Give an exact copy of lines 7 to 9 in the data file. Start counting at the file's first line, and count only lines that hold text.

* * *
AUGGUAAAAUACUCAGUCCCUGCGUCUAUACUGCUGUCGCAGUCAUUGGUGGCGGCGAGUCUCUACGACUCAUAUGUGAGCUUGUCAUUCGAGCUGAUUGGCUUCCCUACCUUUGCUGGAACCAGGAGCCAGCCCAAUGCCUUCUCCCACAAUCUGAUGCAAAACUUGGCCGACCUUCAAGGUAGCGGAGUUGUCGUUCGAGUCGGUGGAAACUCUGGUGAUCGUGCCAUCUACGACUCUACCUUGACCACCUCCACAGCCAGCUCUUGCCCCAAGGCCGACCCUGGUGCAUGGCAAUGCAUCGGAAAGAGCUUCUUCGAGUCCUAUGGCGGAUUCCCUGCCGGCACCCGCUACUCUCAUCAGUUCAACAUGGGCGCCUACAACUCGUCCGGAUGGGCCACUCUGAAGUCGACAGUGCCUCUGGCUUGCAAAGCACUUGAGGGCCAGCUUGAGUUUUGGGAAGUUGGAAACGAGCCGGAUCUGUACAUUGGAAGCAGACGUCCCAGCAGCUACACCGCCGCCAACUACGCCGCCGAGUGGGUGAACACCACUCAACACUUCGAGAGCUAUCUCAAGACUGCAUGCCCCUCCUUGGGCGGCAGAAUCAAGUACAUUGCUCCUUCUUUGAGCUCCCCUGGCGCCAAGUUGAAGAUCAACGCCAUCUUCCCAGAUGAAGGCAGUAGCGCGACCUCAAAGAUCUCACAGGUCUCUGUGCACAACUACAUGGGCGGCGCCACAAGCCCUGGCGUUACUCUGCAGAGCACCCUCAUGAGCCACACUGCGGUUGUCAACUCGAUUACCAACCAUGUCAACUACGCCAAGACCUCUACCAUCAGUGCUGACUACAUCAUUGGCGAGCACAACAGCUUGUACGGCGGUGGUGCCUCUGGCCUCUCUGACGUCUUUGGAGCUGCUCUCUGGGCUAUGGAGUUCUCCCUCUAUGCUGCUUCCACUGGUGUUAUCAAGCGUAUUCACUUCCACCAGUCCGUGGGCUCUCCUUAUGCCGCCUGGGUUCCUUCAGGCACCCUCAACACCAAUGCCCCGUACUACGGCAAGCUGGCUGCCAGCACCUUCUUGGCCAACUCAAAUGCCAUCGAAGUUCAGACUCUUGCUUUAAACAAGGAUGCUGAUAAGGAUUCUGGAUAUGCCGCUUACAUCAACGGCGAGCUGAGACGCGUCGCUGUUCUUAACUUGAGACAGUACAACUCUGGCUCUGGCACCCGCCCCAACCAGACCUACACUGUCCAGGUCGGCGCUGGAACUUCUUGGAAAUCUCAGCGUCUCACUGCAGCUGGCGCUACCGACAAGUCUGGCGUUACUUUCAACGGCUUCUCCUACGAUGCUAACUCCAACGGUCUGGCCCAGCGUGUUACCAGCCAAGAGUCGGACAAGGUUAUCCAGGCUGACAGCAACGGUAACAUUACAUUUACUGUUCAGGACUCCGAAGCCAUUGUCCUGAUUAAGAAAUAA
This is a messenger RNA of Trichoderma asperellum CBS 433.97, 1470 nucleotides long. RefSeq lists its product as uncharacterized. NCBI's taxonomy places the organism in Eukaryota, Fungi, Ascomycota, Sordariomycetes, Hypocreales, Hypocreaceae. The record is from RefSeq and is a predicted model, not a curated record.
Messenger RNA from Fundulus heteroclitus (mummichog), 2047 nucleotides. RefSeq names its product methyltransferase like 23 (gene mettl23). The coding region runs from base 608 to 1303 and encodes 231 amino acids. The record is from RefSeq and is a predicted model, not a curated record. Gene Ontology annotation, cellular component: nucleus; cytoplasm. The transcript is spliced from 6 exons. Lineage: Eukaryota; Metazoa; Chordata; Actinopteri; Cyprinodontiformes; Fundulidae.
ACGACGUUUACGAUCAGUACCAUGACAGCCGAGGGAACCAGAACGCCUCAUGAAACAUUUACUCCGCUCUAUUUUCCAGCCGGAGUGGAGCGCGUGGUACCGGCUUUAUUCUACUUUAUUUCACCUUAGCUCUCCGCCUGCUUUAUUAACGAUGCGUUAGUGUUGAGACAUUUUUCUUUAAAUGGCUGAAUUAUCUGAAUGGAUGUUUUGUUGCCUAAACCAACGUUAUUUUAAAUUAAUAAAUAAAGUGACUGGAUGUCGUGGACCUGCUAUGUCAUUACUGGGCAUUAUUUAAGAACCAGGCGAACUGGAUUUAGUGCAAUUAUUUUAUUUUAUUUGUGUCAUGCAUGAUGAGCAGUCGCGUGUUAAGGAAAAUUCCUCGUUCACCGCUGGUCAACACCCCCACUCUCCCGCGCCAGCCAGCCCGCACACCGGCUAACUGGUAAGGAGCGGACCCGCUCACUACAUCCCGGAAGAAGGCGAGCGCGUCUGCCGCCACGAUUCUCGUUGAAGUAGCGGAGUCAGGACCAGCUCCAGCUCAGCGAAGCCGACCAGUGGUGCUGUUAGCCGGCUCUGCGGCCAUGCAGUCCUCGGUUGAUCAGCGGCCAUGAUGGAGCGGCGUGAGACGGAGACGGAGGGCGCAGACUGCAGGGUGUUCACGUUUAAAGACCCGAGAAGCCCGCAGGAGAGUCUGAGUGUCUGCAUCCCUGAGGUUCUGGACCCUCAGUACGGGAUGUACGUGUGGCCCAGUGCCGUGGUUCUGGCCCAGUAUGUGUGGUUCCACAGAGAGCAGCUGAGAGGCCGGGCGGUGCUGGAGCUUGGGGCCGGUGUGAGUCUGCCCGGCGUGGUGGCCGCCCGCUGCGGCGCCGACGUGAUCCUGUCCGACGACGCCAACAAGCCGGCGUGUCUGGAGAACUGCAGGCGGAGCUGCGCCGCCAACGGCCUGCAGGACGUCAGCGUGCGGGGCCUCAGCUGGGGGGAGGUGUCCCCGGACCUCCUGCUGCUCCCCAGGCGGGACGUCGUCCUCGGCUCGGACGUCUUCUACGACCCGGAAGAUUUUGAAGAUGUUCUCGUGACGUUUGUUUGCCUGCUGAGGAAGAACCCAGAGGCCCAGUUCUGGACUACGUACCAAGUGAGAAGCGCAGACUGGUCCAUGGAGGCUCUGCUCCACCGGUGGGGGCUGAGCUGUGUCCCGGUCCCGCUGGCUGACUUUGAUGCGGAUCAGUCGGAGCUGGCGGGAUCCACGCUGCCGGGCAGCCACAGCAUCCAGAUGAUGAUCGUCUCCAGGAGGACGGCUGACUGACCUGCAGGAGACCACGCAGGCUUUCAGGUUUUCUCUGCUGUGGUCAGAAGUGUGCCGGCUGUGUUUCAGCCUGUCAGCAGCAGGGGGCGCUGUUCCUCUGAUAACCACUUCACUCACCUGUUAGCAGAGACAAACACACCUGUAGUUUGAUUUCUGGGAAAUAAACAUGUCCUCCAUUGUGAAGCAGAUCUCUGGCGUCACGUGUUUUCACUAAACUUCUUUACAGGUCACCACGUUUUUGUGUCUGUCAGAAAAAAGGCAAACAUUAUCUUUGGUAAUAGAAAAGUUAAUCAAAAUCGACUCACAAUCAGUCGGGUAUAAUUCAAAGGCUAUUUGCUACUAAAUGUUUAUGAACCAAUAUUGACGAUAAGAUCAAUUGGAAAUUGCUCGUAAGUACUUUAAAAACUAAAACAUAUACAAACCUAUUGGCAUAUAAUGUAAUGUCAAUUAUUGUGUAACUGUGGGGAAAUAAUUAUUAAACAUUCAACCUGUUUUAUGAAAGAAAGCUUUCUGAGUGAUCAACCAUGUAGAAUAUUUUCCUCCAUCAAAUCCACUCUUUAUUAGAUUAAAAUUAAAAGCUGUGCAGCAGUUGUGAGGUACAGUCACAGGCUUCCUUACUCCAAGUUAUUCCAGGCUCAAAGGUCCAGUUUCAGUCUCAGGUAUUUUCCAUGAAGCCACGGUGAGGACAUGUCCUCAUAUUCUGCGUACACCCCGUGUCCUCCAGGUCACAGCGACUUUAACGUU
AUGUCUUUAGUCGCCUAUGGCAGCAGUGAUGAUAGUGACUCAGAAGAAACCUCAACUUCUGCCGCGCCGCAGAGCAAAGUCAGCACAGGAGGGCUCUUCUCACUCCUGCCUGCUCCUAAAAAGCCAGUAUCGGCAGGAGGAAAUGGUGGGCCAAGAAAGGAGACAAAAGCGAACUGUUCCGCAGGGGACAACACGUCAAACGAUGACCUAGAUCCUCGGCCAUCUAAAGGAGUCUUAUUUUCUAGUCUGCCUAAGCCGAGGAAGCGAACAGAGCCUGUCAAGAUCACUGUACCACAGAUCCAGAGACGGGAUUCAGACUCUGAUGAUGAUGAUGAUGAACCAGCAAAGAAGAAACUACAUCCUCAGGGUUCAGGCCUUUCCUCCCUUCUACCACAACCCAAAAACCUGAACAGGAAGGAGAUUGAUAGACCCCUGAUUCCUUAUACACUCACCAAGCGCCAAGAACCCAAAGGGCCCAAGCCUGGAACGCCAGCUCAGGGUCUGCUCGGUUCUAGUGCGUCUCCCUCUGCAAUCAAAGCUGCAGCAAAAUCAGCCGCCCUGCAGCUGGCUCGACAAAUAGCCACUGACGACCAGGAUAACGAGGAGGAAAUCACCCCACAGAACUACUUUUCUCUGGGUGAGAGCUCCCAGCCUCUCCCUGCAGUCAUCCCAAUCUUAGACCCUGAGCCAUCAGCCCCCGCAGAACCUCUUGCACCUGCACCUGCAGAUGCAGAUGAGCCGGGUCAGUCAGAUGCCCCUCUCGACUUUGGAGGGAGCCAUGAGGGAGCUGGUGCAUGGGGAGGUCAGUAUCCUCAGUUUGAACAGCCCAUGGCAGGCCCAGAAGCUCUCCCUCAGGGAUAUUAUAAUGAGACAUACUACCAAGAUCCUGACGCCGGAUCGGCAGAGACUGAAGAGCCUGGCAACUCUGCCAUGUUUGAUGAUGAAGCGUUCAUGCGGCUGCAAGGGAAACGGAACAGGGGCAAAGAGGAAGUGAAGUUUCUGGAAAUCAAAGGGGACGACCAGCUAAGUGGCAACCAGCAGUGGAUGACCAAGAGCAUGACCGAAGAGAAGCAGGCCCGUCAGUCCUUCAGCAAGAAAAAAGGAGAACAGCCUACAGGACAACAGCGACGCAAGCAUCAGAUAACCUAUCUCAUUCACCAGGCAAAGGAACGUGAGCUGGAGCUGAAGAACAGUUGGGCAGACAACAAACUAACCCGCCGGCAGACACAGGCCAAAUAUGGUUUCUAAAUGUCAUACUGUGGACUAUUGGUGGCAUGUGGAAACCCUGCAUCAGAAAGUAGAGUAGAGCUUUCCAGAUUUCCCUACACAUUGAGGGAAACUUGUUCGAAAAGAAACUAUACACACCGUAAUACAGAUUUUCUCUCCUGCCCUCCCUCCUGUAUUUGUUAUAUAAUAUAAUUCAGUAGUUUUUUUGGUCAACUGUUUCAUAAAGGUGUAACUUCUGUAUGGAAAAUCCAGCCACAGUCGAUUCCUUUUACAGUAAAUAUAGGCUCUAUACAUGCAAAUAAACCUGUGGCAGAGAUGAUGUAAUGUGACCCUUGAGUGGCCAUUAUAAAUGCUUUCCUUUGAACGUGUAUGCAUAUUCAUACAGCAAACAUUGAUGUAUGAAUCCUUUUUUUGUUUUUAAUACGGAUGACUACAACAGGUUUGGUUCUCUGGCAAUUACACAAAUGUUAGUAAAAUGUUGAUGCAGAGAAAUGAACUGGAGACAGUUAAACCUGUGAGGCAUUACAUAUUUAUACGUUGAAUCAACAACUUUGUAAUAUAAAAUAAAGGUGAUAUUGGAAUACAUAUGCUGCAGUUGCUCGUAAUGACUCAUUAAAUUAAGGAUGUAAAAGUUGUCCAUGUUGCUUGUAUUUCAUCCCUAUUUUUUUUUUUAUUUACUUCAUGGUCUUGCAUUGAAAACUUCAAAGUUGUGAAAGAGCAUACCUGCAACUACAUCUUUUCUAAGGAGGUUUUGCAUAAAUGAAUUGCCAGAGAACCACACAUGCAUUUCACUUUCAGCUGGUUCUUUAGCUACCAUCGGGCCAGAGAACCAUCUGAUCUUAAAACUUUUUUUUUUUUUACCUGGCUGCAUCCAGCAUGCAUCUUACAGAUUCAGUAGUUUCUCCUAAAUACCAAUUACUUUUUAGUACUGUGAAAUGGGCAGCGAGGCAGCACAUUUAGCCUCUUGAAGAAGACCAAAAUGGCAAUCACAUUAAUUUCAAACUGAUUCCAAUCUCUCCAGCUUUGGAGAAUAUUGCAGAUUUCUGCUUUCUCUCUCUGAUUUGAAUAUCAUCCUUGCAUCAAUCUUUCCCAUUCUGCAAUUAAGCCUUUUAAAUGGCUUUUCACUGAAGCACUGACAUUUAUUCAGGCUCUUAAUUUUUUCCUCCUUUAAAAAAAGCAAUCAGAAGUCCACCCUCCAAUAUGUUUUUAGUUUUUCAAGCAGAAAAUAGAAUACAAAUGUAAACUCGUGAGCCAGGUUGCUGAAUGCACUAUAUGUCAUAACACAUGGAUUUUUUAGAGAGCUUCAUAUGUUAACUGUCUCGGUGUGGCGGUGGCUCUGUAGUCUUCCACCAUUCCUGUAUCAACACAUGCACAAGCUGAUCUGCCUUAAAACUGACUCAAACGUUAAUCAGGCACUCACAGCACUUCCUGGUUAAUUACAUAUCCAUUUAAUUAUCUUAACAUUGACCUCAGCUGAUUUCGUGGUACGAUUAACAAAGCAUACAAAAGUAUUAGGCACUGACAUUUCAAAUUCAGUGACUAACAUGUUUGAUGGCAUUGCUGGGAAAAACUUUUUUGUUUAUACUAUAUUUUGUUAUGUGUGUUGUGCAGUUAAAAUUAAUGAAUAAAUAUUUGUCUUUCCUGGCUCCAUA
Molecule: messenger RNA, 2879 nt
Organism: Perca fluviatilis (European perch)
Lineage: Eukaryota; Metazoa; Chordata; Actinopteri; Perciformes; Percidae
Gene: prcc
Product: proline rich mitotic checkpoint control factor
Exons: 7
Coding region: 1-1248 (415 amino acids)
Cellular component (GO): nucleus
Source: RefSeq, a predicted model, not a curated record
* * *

Organism: Perca fluviatilis (European perch)
Lineage: Eukaryota; Metazoa; Chordata; Actinopteri; Perciformes; Percidae
Gene: prcc